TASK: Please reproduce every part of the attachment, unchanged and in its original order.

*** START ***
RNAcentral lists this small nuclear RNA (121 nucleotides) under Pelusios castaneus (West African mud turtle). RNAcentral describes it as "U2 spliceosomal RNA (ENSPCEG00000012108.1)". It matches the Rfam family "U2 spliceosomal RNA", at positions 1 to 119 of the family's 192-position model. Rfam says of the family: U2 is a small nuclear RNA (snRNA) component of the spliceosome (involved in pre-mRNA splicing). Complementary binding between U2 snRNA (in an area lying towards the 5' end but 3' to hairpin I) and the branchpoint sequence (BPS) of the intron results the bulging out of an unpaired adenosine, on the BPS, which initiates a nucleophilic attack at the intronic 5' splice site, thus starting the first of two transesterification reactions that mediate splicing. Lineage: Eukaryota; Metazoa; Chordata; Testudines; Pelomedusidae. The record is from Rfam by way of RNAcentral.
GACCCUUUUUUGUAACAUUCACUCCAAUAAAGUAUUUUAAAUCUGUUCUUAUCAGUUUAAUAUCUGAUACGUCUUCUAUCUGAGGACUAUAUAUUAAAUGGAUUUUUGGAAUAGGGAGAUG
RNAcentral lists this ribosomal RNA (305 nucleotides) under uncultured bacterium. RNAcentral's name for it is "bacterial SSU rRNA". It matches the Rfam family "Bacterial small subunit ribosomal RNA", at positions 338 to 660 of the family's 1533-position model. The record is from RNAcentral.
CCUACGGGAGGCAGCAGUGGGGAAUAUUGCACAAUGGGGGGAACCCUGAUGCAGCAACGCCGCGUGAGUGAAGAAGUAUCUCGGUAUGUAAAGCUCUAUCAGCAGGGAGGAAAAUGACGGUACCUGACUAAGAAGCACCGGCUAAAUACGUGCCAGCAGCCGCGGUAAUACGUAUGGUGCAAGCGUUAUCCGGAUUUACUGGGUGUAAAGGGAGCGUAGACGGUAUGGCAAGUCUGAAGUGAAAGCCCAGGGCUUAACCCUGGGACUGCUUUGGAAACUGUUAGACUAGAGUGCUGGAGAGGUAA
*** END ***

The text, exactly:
RNAcentral lists this small nuclear RNA (121 nucleotides) under Pelusios castaneus (West African mud turtle). RNAcentral describes it as "U2 spliceosomal RNA (ENSPCEG00000012108.1)". It matches the Rfam family "U2 spliceosomal RNA", at positions 1 to 119 of the family's 192-position model. Rfam says of the family: U2 is a small nuclear RNA (snRNA) component of the spliceosome (involved in pre-mRNA splicing). Complementary binding between U2 snRNA (in an area lying towards the 5' end but 3' to hairpin I) and the branchpoint sequence (BPS) of the intron results the bulging out of an unpaired adenosine, on the BPS, which initiates a nucleophilic attack at the intronic 5' splice site, thus starting the first of two transesterification reactions that mediate splicing. Lineage: Eukaryota; Metazoa; Chordata; Testudines; Pelomedusidae. The record is from Rfam by way of RNAcentral.
GACCCUUUUUUGUAACAUUCACUCCAAUAAAGUAUUUUAAAUCUGUUCUUAUCAGUUUAAUAUCUGAUACGUCUUCUAUCUGAGGACUAUAUAUUAAAUGGAUUUUUGGAAUAGGGAGAUG
RNAcentral lists this ribosomal RNA (305 nucleotides) under uncultured bacterium. RNAcentral's name for it is "bacterial SSU rRNA". It matches the Rfam family "Bacterial small subunit ribosomal RNA", at positions 338 to 660 of the family's 1533-position model. The record is from RNAcentral.
CCUACGGGAGGCAGCAGUGGGGAAUAUUGCACAAUGGGGGGAACCCUGAUGCAGCAACGCCGCGUGAGUGAAGAAGUAUCUCGGUAUGUAAAGCUCUAUCAGCAGGGAGGAAAAUGACGGUACCUGACUAAGAAGCACCGGCUAAAUACGUGCCAGCAGCCGCGGUAAUACGUAUGGUGCAAGCGUUAUCCGGAUUUACUGGGUGUAAAGGGAGCGUAGACGGUAUGGCAAGUCUGAAGUGAAAGCCCAGGGCUUAACCCUGGGACUGCUUUGGAAACUGUUAGACUAGAGUGCUGGAGAGGUAA